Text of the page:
Frequently Asked Questions

What do I do with my cage in the winter when the creek freezes over?

Simply adjust the line and lower your cages until they are just above the bottom, but not on it. The oysters must be totally under water at all times for the oysters to survive. Your oysters will not freeze as long as they are in the water. If they are exposed to the frigid air they can die.

Do I need to feed my oysters?

No. Oysters eat algae and the Bay provides it for them.

I can't see any spat? Did I get blank shells

Spat from the hatchery are very small and may not be readily visible. Let them grow about a month or two and they will be larger and easier to see. If by then you still don't see any spat let us know.

What if my oyster cage becomes heavily fouled?

Scrub your cage with a brush (no detergent or soap) and dip it in the water or hose it down. This accumulation of fouling organisms (similar to what grows on your piling) is normal but can accumulate and become a nuisance. It can make your cage very heavy.

Will the fouling growth hurt the spat?

No. The growth on the cage wire won't hurt the spat. It will simply make the cage heavier. As long as the wire mesh of the cage is at least 50% open for water flow the oysters will receive plenty of water. In other words the cage could be about 50% closed up due to fouling and still the spat will be ok. But please tend the cages and keep them from getting this fouled.

When will the oysters be collected?

The oysters will be collected near the end of May into early June, about 9 months after you receive them. This time period avoids the heavy fouling that would occur if you continued tending the cages through the summer.

Will the oysters I grow be moved away from my river or do they stay here?

For most tributaries, the oysters will stay in your river, planted in a local sanctuary. If you are in a creek off the river, your oysters will be moved to the main river for planting because small creeks and coves rarely have suitable bottom for planting oysters. For a few tributaries, your oysters will be moved to an adjacent river because there is no sanctuary yet in your river.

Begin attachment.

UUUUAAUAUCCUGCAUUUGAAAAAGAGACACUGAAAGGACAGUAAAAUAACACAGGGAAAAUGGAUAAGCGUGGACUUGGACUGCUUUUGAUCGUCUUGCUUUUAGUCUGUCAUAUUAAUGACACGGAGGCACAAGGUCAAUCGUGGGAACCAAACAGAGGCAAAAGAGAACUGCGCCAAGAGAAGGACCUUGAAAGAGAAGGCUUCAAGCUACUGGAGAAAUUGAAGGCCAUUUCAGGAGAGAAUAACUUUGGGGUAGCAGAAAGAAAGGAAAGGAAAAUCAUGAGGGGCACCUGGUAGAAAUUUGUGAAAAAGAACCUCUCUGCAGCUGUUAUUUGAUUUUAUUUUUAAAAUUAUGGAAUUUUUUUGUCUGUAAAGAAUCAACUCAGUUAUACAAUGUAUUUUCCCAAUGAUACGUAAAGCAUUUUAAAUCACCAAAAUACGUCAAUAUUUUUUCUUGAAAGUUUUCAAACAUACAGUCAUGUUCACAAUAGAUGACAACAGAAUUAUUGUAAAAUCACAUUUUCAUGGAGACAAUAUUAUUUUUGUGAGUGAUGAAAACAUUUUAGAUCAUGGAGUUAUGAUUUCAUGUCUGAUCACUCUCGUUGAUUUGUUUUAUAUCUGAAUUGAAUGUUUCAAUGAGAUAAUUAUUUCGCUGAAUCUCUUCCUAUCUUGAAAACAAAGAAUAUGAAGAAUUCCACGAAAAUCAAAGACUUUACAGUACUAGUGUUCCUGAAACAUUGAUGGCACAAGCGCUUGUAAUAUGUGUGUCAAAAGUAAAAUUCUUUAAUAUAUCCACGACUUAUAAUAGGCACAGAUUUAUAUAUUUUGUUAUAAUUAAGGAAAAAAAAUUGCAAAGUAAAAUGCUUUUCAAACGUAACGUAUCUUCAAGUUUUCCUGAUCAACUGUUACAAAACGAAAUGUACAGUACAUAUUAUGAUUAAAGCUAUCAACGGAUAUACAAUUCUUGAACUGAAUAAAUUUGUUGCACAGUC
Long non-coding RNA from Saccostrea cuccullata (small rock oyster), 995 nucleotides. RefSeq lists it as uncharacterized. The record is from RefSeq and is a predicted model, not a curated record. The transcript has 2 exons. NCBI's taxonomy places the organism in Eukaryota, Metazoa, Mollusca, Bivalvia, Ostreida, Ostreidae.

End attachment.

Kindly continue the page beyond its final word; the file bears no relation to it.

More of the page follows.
Why are my spat growing so slowly?

Slow growth could be due to silt, low salinity, or low temperatures. If the young oysters (spat) are stressed by high amounts of silt, growth can be stunted. Rinsing the oysters more often will help. If the salinity of the water is very low due to abundant rainfall, the spat may not grow very well. In this case, the only remedy is for there to be less rain. Also, your spat may grow slowly simply because it is cold – water temperatures below about 50 degrees reduce growth dramatically.

Can I eat the oysters I grow?

No. First, the oysters are not safe to eat because they grow close to the shoreline. The oyster seafood industry is highly regulated and waters where oysters are harvested are carefully monitored to ensure that the seafood is safe for human consumption. Second, the oysters are too small to harvest after only one year in your cages. Finally, this project was created to enhance the oyster population​ so all the oysters will be planted in a sanctuary.

What do I do if I can no longer care for the oysters and want them removed?

Please contact the Department of Natural Resources by emailing​ with your request.

Dear Marylander,

Thank you for agreeing to be part of our Marylanders Grow Oysters project, an exciting way to create and develop a living, diverse, oyster reef community. Through your action and commitment, you are providing an important head start during the first year of life for these vulnerable oysters until they are large enough to be planted on a local sanctuary.

Not only will more oysters be placed in the Chesapeake Bay as a result of your efforts, but rejuvenated oyster reefs will naturally become vital underwater ecosystems for a rich diversity of aquatic life.

Working together, we can make real our vision for bringing about a cleaner, greener, more sustainable future all of us prefer – both for ourselves, and for future generations.

Good luck and thank you again for working to improve the health of the Chesapeake Bay and its tributaries, and to set a vital example of stewardship for our fellow Marylanders.